I don’t know about you, but I never learned anything in school about emotions, except, of course, that I shouldn’t have any. I’m sure it was easier for the teachers that way, but it wasn’t such a great lesson for me, or you, either, I’m guessing. So, over the last several decades, I’ve been doing the work of (1) learning to identify my emotions, (2) allowing myself to experience them fully, and (3) sharing them in situations where it is important for me to do so. And let me tell you: sometimes, it’s just plain ‘ol not fun.
In fact, there are times when identifying, experiencing, and sharing our emotions is excruciatingly uncomfortable. It’s no wonder the majority of us are addicted to something, diagnosed or not. Addictions work. They take the edge off, protect us from discomfort, help us forget for a while, and give us something to deal with that we think we can control… unlike our emotions.
Unfortunately, however, these seemingly benign behaviors – the ones we get into to get out of experiencing our emotions – only work until they don’t. And then, guess what we’re left with? The havoc we’ve caused by engaging in these destructive behaviors, and, our emotions – the new ones and the ones we were trying to avoid! So, as much as we might not want to, it’s in our best interest to get in there and get a handle on these things called emotions, even if our teachers shied away from the task.
Now, before I go any further, let me also say that there are volumes upon volumes written on emotions, and I won’t come close to addressing all there is to say about the subject here in this little blog post. What I will say is that if you will give yourself the gift, as uncomfortable as it may be, you won’t be sorry in the long run.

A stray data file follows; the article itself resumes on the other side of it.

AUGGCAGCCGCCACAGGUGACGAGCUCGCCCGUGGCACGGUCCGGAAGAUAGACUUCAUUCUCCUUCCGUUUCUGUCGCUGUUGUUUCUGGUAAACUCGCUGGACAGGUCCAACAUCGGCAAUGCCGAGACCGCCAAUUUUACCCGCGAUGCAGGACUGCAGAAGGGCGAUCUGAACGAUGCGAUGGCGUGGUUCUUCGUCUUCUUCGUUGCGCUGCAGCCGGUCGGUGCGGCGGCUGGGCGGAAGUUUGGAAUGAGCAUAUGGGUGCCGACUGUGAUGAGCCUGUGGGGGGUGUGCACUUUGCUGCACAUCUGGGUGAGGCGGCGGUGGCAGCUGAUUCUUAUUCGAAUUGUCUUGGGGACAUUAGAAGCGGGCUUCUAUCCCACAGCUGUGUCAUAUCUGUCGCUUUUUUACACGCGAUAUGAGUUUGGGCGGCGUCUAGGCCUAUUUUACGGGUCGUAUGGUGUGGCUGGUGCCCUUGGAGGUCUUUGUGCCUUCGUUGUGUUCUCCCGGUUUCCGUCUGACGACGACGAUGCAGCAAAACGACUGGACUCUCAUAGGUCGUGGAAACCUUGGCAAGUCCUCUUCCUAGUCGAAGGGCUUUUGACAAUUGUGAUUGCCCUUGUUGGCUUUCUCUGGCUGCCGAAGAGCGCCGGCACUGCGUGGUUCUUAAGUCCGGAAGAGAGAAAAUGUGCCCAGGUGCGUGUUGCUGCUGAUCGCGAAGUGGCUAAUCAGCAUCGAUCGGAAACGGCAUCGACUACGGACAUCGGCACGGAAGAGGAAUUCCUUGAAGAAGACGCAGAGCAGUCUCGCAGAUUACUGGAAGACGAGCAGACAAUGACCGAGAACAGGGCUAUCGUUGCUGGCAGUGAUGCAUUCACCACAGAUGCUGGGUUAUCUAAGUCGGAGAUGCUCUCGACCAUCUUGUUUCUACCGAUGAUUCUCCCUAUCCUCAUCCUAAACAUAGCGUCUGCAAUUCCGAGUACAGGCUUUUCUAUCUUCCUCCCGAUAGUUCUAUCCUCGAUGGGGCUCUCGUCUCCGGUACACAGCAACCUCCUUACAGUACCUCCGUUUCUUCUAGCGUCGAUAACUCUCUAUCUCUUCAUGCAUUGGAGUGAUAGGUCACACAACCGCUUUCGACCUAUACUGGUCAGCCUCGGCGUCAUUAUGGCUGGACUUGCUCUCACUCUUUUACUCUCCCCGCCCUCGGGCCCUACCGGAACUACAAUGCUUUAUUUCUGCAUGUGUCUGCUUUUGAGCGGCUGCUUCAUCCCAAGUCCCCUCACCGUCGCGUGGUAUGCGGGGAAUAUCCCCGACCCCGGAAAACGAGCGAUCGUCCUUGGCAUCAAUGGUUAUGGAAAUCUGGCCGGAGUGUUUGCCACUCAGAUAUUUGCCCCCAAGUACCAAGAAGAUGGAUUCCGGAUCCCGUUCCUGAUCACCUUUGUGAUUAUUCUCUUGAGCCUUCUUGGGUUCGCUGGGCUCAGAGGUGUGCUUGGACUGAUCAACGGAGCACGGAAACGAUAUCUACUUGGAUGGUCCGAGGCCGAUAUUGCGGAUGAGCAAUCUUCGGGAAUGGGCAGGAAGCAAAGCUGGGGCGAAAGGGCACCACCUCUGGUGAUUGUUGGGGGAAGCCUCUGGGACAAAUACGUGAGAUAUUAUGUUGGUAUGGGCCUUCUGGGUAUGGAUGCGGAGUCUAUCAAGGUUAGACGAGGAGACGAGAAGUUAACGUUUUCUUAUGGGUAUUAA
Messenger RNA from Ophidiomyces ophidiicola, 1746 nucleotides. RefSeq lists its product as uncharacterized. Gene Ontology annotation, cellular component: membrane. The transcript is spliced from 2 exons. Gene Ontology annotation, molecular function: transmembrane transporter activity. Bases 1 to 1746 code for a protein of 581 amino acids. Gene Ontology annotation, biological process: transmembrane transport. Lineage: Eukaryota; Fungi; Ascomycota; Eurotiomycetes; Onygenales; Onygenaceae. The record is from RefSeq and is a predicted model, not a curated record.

Even if you’re starting at the very beginning (that’s a very good place to start), with learning to identify which emotions you’re experiencing, you are embarking on important, enlivening work. I’ll never forget when I began to be able to make distinctions between emotions that I’d previously thought were interchangeable. Discovering that guilt and shame aren’t the same things, learning how they felt different in my body, and that they called for different responses was liberating. Also, I used to believe that rage was “anger on steroids.” Now I’ve come to know that rage and anger are worlds apart; one being about crossed boundaries, the other being about invisibility and powerlessness. (A little test: can you identify which is which?)
I tell you all of this not because I’m sitting all high and mighty on some mountain top, with it all figured out, and therefore living a perfect life. Far from it! I tell you this to invite you into the pool of learning about emotions with me. If you’ve not yet dipped your toe into the water, come on in. It may be chilly at first, but soon you’ll see that “the water’s fine.” If, on the other hand, you’ve been aware of this work for a while, and feel called to learn even more, I invite you to wade a bit further out, perhaps even swim into the deep end. Sure, it’s scary there, but you can always just dog paddle until you get your bearings. Besides, it’s worth it. You’re worth it.
See you in the pool!